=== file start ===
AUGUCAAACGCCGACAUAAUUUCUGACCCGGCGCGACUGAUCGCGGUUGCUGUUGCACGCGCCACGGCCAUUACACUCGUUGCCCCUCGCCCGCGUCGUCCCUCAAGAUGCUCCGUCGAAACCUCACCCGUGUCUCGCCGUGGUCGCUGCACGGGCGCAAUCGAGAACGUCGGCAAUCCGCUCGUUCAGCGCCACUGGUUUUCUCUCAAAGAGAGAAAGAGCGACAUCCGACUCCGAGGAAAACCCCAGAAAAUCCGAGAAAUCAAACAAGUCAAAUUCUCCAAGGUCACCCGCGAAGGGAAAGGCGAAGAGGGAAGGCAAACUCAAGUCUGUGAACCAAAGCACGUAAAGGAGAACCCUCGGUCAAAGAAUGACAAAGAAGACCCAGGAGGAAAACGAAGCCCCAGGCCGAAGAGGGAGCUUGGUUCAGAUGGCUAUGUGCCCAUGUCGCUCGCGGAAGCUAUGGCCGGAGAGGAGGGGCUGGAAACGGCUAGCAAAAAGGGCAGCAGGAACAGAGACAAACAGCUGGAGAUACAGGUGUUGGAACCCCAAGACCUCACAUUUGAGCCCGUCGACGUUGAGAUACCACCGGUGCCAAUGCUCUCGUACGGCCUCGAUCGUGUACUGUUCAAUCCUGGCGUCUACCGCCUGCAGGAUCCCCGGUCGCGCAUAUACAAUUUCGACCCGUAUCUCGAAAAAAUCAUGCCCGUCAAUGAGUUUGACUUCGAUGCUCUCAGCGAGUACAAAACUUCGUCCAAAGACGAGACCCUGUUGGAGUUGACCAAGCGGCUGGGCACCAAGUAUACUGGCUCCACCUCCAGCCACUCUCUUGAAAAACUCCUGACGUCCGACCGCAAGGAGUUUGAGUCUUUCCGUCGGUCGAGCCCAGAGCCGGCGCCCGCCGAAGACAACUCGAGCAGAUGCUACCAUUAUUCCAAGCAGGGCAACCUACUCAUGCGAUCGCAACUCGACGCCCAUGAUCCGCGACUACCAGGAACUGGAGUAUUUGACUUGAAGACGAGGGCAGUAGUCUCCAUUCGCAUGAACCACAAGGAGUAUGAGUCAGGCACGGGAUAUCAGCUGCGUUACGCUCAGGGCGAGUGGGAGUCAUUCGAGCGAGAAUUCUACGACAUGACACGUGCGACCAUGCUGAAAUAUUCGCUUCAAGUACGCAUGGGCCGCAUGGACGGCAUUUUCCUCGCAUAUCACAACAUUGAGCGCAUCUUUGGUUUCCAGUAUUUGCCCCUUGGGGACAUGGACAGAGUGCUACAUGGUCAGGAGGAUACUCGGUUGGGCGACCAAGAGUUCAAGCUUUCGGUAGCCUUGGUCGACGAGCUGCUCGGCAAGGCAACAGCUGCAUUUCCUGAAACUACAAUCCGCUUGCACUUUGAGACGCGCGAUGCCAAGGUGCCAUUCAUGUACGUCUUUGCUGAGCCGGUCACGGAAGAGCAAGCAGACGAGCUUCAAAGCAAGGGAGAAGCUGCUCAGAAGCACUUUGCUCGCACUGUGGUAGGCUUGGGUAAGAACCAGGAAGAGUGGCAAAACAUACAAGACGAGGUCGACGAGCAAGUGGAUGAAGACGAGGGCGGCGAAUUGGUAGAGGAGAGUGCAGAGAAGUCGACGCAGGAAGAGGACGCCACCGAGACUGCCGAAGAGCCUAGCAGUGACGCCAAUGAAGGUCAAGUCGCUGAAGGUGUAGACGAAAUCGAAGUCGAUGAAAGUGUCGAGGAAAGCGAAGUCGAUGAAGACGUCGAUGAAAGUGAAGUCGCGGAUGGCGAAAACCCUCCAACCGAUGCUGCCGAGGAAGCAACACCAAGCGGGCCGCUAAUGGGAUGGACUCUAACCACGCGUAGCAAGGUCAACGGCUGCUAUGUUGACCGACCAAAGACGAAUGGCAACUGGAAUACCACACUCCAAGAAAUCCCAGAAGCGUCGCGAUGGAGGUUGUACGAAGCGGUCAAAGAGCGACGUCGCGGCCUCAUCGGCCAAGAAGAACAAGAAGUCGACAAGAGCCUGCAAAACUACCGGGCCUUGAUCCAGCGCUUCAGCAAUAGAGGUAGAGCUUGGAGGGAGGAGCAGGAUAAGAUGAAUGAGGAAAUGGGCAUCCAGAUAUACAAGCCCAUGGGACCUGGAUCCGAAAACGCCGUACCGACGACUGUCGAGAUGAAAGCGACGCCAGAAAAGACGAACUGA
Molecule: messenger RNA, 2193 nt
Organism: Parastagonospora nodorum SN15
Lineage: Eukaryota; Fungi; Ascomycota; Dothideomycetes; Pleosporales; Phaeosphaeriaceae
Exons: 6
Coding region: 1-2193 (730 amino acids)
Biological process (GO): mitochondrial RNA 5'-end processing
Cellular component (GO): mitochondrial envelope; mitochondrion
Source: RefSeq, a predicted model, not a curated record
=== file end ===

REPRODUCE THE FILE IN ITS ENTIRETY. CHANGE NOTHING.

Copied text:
AUGUCAAACGCCGACAUAAUUUCUGACCCGGCGCGACUGAUCGCGGUUGCUGUUGCACGCGCCACGGCCAUUACACUCGUUGCCCCUCGCCCGCGUCGUCCCUCAAGAUGCUCCGUCGAAACCUCACCCGUGUCUCGCCGUGGUCGCUGCACGGGCGCAAUCGAGAACGUCGGCAAUCCGCUCGUUCAGCGCCACUGGUUUUCUCUCAAAGAGAGAAAGAGCGACAUCCGACUCCGAGGAAAACCCCAGAAAAUCCGAGAAAUCAAACAAGUCAAAUUCUCCAAGGUCACCCGCGAAGGGAAAGGCGAAGAGGGAAGGCAAACUCAAGUCUGUGAACCAAAGCACGUAAAGGAGAACCCUCGGUCAAAGAAUGACAAAGAAGACCCAGGAGGAAAACGAAGCCCCAGGCCGAAGAGGGAGCUUGGUUCAGAUGGCUAUGUGCCCAUGUCGCUCGCGGAAGCUAUGGCCGGAGAGGAGGGGCUGGAAACGGCUAGCAAAAAGGGCAGCAGGAACAGAGACAAACAGCUGGAGAUACAGGUGUUGGAACCCCAAGACCUCACAUUUGAGCCCGUCGACGUUGAGAUACCACCGGUGCCAAUGCUCUCGUACGGCCUCGAUCGUGUACUGUUCAAUCCUGGCGUCUACCGCCUGCAGGAUCCCCGGUCGCGCAUAUACAAUUUCGACCCGUAUCUCGAAAAAAUCAUGCCCGUCAAUGAGUUUGACUUCGAUGCUCUCAGCGAGUACAAAACUUCGUCCAAAGACGAGACCCUGUUGGAGUUGACCAAGCGGCUGGGCACCAAGUAUACUGGCUCCACCUCCAGCCACUCUCUUGAAAAACUCCUGACGUCCGACCGCAAGGAGUUUGAGUCUUUCCGUCGGUCGAGCCCAGAGCCGGCGCCCGCCGAAGACAACUCGAGCAGAUGCUACCAUUAUUCCAAGCAGGGCAACCUACUCAUGCGAUCGCAACUCGACGCCCAUGAUCCGCGACUACCAGGAACUGGAGUAUUUGACUUGAAGACGAGGGCAGUAGUCUCCAUUCGCAUGAACCACAAGGAGUAUGAGUCAGGCACGGGAUAUCAGCUGCGUUACGCUCAGGGCGAGUGGGAGUCAUUCGAGCGAGAAUUCUACGACAUGACACGUGCGACCAUGCUGAAAUAUUCGCUUCAAGUACGCAUGGGCCGCAUGGACGGCAUUUUCCUCGCAUAUCACAACAUUGAGCGCAUCUUUGGUUUCCAGUAUUUGCCCCUUGGGGACAUGGACAGAGUGCUACAUGGUCAGGAGGAUACUCGGUUGGGCGACCAAGAGUUCAAGCUUUCGGUAGCCUUGGUCGACGAGCUGCUCGGCAAGGCAACAGCUGCAUUUCCUGAAACUACAAUCCGCUUGCACUUUGAGACGCGCGAUGCCAAGGUGCCAUUCAUGUACGUCUUUGCUGAGCCGGUCACGGAAGAGCAAGCAGACGAGCUUCAAAGCAAGGGAGAAGCUGCUCAGAAGCACUUUGCUCGCACUGUGGUAGGCUUGGGUAAGAACCAGGAAGAGUGGCAAAACAUACAAGACGAGGUCGACGAGCAAGUGGAUGAAGACGAGGGCGGCGAAUUGGUAGAGGAGAGUGCAGAGAAGUCGACGCAGGAAGAGGACGCCACCGAGACUGCCGAAGAGCCUAGCAGUGACGCCAAUGAAGGUCAAGUCGCUGAAGGUGUAGACGAAAUCGAAGUCGAUGAAAGUGUCGAGGAAAGCGAAGUCGAUGAAGACGUCGAUGAAAGUGAAGUCGCGGAUGGCGAAAACCCUCCAACCGAUGCUGCCGAGGAAGCAACACCAAGCGGGCCGCUAAUGGGAUGGACUCUAACCACGCGUAGCAAGGUCAACGGCUGCUAUGUUGACCGACCAAAGACGAAUGGCAACUGGAAUACCACACUCCAAGAAAUCCCAGAAGCGUCGCGAUGGAGGUUGUACGAAGCGGUCAAAGAGCGACGUCGCGGCCUCAUCGGCCAAGAAGAACAAGAAGUCGACAAGAGCCUGCAAAACUACCGGGCCUUGAUCCAGCGCUUCAGCAAUAGAGGUAGAGCUUGGAGGGAGGAGCAGGAUAAGAUGAAUGAGGAAAUGGGCAUCCAGAUAUACAAGCCCAUGGGACCUGGAUCCGAAAACGCCGUACCGACGACUGUCGAGAUGAAAGCGACGCCAGAAAAGACGAACUGA
Molecule: messenger RNA, 2193 nt
Organism: Parastagonospora nodorum SN15
Lineage: Eukaryota; Fungi; Ascomycota; Dothideomycetes; Pleosporales; Phaeosphaeriaceae
Exons: 6
Coding region: 1-2193 (730 amino acids)
Biological process (GO): mitochondrial RNA 5'-end processing
Cellular component (GO): mitochondrial envelope; mitochondrion
Source: RefSeq, a predicted model, not a curated record